Athletics and extra curricular activities would be via clubs and volunteer groups and sponsors .

    If colleges want to assure their applicants are qualified they can set their own standards via test, interview or what ever standard they choose to set.

    Expand Vo-Ed for those who do not want to go to college. Encourage apprenticeship programs in the trades to permit entry at 16 years of age.

    The savings by dropping the administrative overhead would be significant, and if a school did not want to participate in any or all federal program, they would be private and not have to do so.

    Will some students fail? Yes, but some fail in the present system.

  • Neanderthal Pheonix, AZ
    Aug. 24, 2013 1:11 p.m.

    Has this guy lost his mind? Dependent tax exemptions are designed to help with the costs of raising children.

  • dave4197 Redding, CA
    Aug. 24, 2013 11:33 a.m.

    You make rotten sausage, Sen Jones. Your combination of taxing and spending changes stinks in my opinion. If you'd try a separate approach with your 2 ideas, your taxation idea would most certainly get voted down. If you'd try to improve education funding other ways you could get a winner; such as capping compensation to about 10-15% above the average teacher's compensation - admin / supv work is not worth the extra money we've become accustomed to paying; such as equalizing budgets / compensation across rich and poor school districts - we need to give opportunity to all our children, not just the children of the well off; such as cut spending for inter-school sports - fans should pay for inter-school sports, not taxpayers.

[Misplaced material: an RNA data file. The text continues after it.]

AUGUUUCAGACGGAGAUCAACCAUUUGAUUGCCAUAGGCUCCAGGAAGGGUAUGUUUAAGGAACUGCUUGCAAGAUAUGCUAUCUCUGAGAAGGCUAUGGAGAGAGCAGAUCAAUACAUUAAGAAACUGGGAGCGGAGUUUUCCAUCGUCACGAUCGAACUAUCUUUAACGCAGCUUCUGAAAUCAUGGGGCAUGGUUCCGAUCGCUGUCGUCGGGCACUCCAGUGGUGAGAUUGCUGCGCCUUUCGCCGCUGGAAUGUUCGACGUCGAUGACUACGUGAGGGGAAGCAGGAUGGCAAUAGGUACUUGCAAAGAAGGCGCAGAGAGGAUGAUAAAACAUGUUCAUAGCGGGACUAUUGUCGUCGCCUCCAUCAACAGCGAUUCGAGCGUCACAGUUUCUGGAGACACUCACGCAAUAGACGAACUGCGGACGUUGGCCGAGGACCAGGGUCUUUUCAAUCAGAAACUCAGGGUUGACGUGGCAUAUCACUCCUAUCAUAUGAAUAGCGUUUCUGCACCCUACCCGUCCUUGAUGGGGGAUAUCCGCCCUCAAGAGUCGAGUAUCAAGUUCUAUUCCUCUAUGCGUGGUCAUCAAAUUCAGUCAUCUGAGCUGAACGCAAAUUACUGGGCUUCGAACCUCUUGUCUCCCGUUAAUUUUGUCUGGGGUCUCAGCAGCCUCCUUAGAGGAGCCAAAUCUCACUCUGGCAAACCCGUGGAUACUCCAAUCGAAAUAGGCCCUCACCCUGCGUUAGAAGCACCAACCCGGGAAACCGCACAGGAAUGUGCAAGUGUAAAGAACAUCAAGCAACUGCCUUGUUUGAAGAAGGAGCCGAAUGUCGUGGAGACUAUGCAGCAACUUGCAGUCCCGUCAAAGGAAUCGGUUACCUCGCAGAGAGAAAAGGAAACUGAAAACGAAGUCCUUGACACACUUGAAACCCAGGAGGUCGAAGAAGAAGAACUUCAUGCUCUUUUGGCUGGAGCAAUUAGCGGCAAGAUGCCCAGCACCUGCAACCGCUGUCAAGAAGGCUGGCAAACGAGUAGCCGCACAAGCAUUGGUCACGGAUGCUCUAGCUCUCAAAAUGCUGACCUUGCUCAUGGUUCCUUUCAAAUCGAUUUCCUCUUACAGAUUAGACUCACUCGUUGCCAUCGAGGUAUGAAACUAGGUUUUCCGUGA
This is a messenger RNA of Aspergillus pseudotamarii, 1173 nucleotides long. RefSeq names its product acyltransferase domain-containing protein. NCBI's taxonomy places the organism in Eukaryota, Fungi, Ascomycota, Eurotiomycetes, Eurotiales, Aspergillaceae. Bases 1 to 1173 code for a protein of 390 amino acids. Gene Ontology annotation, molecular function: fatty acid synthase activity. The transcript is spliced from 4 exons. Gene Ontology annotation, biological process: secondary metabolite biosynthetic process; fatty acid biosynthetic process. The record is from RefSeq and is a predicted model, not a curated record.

• Midwest Mom Soldiers Grove, WI
    Aug. 24, 2013 9:36 a.m.

    Before childless couples, or small families, bemoan their social burdens, do remember that those "herds" of children will be paying for government subsidies of the elderly, in their time of need.

    To me, the definition of civilization is how well children, and those in need, are cared for and valued. America is well-invested in the pride cycle. We all know how that ends. And, for the record, it always begins with the rich and powerful.

  • Henry Drummond San Jose, CA
    Aug. 24, 2013 9:28 a.m.

    I have to admit things have changed over the years. Having a large family, even in Utah, isn't seen quite the same way it was years ago when such people were deemed to be role models. Still, I would be surprised how far a bill like this got. It still will be seen as a "tax increase."

  • Most Truthful and Patriotic Layton, UT
    Aug. 24, 2013 9:26 a.m.

    Senator Jones is on track.
    If large families provide workers to pay into Social Security and Medicare, don't they also tax our natural resources?

    At a time when everyone wants gigantic McMansions, where do we put them (and how to do provide resources) when families are growing exponentially faster than our earth can support? If you have four kids, and they each have four kids, and they each have four kids -- that 64 grandchildren to provide for. THINK, people!

    One solution to Social Security and Medicare is to raise the retirement age. When the systems were devised, people generally lived five years longer. Now, they live 25 years.
    Another solution is fair wages, so that people CAN support their own families. Where do you all think the jobs are going to come from?